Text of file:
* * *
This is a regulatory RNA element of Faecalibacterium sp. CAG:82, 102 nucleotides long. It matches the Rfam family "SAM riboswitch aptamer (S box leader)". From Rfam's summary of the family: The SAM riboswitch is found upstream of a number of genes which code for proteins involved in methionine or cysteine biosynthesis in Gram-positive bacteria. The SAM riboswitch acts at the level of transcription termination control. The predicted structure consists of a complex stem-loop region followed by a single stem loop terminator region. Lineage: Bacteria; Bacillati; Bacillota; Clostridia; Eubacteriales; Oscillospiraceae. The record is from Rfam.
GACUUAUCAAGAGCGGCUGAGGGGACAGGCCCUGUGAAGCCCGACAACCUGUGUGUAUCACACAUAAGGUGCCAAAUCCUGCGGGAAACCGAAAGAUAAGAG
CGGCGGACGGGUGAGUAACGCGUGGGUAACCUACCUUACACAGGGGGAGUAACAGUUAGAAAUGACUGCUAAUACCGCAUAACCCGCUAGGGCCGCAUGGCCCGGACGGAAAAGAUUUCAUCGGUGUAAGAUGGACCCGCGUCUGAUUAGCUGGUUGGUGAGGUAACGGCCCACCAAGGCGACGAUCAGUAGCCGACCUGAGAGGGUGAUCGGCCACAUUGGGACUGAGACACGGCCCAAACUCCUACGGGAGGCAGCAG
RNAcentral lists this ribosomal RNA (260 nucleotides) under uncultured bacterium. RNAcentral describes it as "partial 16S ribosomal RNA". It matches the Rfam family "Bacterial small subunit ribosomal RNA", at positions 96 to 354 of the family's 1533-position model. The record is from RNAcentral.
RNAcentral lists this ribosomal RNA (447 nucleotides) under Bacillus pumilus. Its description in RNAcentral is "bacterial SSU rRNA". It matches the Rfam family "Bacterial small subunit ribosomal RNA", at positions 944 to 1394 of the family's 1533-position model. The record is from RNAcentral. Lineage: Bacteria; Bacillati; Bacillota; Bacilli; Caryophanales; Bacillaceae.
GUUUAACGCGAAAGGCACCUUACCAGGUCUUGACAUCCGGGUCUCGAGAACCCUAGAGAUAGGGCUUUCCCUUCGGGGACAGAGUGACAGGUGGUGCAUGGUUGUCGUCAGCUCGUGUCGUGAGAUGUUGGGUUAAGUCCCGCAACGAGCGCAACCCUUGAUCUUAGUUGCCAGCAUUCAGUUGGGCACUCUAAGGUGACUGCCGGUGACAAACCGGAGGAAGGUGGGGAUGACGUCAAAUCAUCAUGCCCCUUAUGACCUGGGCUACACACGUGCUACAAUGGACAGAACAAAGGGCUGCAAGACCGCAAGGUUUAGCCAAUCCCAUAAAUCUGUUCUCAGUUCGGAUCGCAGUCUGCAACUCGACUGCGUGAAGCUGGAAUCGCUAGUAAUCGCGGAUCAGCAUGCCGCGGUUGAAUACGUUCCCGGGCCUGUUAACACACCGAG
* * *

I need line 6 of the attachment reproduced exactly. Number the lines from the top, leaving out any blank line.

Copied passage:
GUUUAACGCGAAAGGCACCUUACCAGGUCUUGACAUCCGGGUCUCGAGAACCCUAGAGAUAGGGCUUUCCCUUCGGGGACAGAGUGACAGGUGGUGCAUGGUUGUCGUCAGCUCGUGUCGUGAGAUGUUGGGUUAAGUCCCGCAACGAGCGCAACCCUUGAUCUUAGUUGCCAGCAUUCAGUUGGGCACUCUAAGGUGACUGCCGGUGACAAACCGGAGGAAGGUGGGGAUGACGUCAAAUCAUCAUGCCCCUUAUGACCUGGGCUACACACGUGCUACAAUGGACAGAACAAAGGGCUGCAAGACCGCAAGGUUUAGCCAAUCCCAUAAAUCUGUUCUCAGUUCGGAUCGCAGUCUGCAACUCGACUGCGUGAAGCUGGAAUCGCUAGUAAUCGCGGAUCAGCAUGCCGCGGUUGAAUACGUUCCCGGGCCUGUUAACACACCGAG